The Time Bomb Tick I Never Saw

Learn how to diagnose, treat and, best of all, avoid Lyme disease.
By Barbara Pleasant
July 2, 2008
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Deer ticks, or black-legged ticks, are the only known carriers of the bacteria that causes Lyme disease.

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If knowledge is power, you would think I would never get Lyme disease after researching and writing The Lowdown on Lyme Disease four years ago. But in June 2006, while visiting an area where Lyme disease is common, I helped weed a perennial bed wearing shorts and flip-flops. Bad idea! I never saw the tiny tick that got me, but two weeks later I had hot, painful swelling on my side. At first I thought it was a super-chigger or spider bite, but it didn't itch. Eight days later, I was down for the count with chills, fever, body aches and a killer headache — all symptoms of Lyme disease. 

The best way to prevent Lyme disease is to avoid areas in which ticks are prevalent. Wear a hat and light-colored clothing (to help you see ticks before they find skin), and tuck your shirt into your pants and your pants into your socks. When you can, cover as much skin as possible instead of dousing yourself with insect repellants. Be especially watchful if you live (or visit) where Lyme disease is common. The Northeast has the most cases, as reflected in these state-by-state statistics

How to Spot Lyme Disease

According to the U.S. Centers for Disease Control and Prevention, Lyme disease is an infectious disease caused by the bacterium Borrelia burgdorferi that, if left untreated, affects the joints, heart and nervous system. Symptoms include fever, headache, fatigue and a round, inflamed reaction at the site of the bite. 

The deer ticks (also known as black-legged ticks) that transmit Lyme disease are so small they could pass for poppy seeds. If you have found one of these ticks imbedded in your skin, watch the bite closely for swelling and redness. 

A bite from a Lyme-carrying tick is supposed to develop a bull's eye pattern of concentric rings that gradually increases in size, but mine was solid red, 2 inches across, hot to the touch, and painful rather than itchy. However, I found that holding a warm, moist washcloth over the inflamed bite revealed the hidden rings.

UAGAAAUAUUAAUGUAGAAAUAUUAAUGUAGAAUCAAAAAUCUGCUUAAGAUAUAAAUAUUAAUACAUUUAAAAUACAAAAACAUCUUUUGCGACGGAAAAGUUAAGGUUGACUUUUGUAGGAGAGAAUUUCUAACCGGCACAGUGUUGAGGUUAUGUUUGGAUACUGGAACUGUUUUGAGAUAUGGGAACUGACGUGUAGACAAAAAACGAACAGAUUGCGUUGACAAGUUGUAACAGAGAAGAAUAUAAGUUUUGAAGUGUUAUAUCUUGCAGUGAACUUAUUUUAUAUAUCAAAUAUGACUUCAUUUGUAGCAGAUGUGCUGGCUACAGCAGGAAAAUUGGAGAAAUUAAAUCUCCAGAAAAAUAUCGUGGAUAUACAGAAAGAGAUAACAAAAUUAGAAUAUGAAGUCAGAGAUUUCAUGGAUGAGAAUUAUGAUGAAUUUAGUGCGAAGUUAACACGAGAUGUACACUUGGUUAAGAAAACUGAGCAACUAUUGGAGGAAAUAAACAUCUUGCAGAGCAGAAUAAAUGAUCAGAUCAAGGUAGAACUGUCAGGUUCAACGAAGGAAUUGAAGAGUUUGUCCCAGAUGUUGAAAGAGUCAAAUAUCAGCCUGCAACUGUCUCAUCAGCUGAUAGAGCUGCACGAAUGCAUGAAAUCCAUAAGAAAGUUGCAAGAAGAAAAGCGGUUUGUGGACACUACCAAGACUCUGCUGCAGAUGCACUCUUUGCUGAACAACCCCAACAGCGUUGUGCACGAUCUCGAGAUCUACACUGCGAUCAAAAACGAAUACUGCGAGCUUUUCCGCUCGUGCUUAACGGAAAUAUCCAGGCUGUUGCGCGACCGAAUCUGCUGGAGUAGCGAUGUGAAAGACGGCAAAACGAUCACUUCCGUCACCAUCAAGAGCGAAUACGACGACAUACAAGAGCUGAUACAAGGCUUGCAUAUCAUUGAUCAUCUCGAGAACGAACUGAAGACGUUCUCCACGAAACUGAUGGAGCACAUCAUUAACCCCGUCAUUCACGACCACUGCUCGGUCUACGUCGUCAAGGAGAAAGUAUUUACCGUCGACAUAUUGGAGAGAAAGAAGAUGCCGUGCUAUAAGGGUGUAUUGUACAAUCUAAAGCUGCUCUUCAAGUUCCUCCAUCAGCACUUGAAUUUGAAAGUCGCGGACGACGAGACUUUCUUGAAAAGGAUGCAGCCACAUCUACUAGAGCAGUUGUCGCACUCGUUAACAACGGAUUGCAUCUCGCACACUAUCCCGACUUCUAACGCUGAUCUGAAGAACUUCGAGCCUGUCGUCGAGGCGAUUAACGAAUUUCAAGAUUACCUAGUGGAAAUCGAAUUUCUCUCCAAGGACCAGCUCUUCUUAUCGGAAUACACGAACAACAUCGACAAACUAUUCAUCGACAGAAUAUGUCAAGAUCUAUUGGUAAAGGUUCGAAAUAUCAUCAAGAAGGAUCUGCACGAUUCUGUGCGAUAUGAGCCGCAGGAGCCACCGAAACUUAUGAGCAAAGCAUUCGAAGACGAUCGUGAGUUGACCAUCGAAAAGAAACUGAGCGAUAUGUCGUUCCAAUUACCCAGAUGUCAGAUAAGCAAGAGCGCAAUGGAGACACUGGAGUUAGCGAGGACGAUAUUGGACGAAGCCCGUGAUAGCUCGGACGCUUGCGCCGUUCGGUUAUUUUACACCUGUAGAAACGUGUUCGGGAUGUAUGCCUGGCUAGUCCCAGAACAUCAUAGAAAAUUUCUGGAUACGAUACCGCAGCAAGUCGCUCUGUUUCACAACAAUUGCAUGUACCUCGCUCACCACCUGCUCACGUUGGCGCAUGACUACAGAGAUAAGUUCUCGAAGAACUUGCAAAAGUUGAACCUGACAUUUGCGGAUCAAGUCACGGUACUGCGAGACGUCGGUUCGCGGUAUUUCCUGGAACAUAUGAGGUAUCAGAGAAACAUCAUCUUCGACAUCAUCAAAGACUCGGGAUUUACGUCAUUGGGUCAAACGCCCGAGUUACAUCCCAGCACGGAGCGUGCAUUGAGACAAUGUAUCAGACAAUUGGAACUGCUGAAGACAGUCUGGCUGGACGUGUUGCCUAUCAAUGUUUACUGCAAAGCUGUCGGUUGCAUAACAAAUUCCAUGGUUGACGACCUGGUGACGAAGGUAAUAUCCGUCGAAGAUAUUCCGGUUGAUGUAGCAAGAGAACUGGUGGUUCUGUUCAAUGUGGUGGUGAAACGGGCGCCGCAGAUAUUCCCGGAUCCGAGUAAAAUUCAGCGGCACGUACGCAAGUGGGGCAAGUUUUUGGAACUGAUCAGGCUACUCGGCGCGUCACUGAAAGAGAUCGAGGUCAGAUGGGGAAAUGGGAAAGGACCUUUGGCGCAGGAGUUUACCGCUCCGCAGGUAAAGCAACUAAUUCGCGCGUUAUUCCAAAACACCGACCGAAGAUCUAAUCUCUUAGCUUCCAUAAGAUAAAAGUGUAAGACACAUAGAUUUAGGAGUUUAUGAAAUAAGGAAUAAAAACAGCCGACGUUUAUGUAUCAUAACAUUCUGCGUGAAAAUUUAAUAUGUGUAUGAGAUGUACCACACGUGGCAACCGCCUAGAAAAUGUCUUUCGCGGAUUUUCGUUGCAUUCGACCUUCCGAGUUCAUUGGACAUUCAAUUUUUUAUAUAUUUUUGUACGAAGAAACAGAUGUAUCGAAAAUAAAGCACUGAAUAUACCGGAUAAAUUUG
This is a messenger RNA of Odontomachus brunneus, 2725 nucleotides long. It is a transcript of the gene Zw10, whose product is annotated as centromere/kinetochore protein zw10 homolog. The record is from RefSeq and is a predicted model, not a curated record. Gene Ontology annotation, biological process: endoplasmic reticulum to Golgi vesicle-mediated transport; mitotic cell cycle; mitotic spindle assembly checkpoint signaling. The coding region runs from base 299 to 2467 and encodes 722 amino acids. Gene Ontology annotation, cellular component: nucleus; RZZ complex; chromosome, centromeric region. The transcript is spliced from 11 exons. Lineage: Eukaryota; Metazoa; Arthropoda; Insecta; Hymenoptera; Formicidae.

What You Should Do (and When)

Get to a doctor when your symptoms are consistent with Lyme infection — flulike body aches and fever, and a seriously inflamed bug bite. A blood test may be ordered, but it may give negative results if you're just starting to get sick. Current clinical guidelines advise antibiotic therapy if symptoms appear within 30 days of a suspected tick bite. 

Follow up with probiotics. The big-gun antibiotics used to treat Lyme disease kill helpful bacteria, too, so up your intake of probiotic foods such as yogurt, kefir, miso and tempeh once you’re through with the treatment. I've been making my own yogurt and kefir, because the fresh stuff has the highest counts of beneficial bacteria. 

Antibiotics turned things around quickly, and I'm all better now, but my story would end differently had I not recognized the classic symptoms of Lyme disease. If it is not treated early, the Lyme disease bacteria can go on to cause arthritis, chronic fatigue, neurological deficiencies and generally mess up your life. But if you catch it in the first month, 14 days of antibiotics will usually kill the buggers.

Post a comment below.


silver birch
3/10/2009 8:43:50 AM
I can second Elizabeth's recommendation for tick tubes. Some garden centers carry them or you can order online ( I have used these in my yard for the last three years, and haven't noticed any ticks since I started placing them out there. My dog used to always get a couple of ticks in the summer (although I can't say if they were Lyme Disease carrying deer ticks or not) I figure better safe than sorry.

TERRI Buckner
7/18/2008 9:26:38 AM
I got Lyme's Disease for the first time this summer. The flu-like symptoms came on a week and a half prior to the distinctive rash. Reports like this always tell the symptoms, if left untreated, but beyond the flu-like symptoms and rash, they never indicate the symptoms while the disease is active. The antibiotics knock out the fever, headache, etc. pretty quickly. The CDC guidelines recommend against the testing (inaccurate). So how does anyone know if the disease is gone or if the antibiotics need to be extended?

Elizabeth Greene
7/14/2008 8:08:28 PM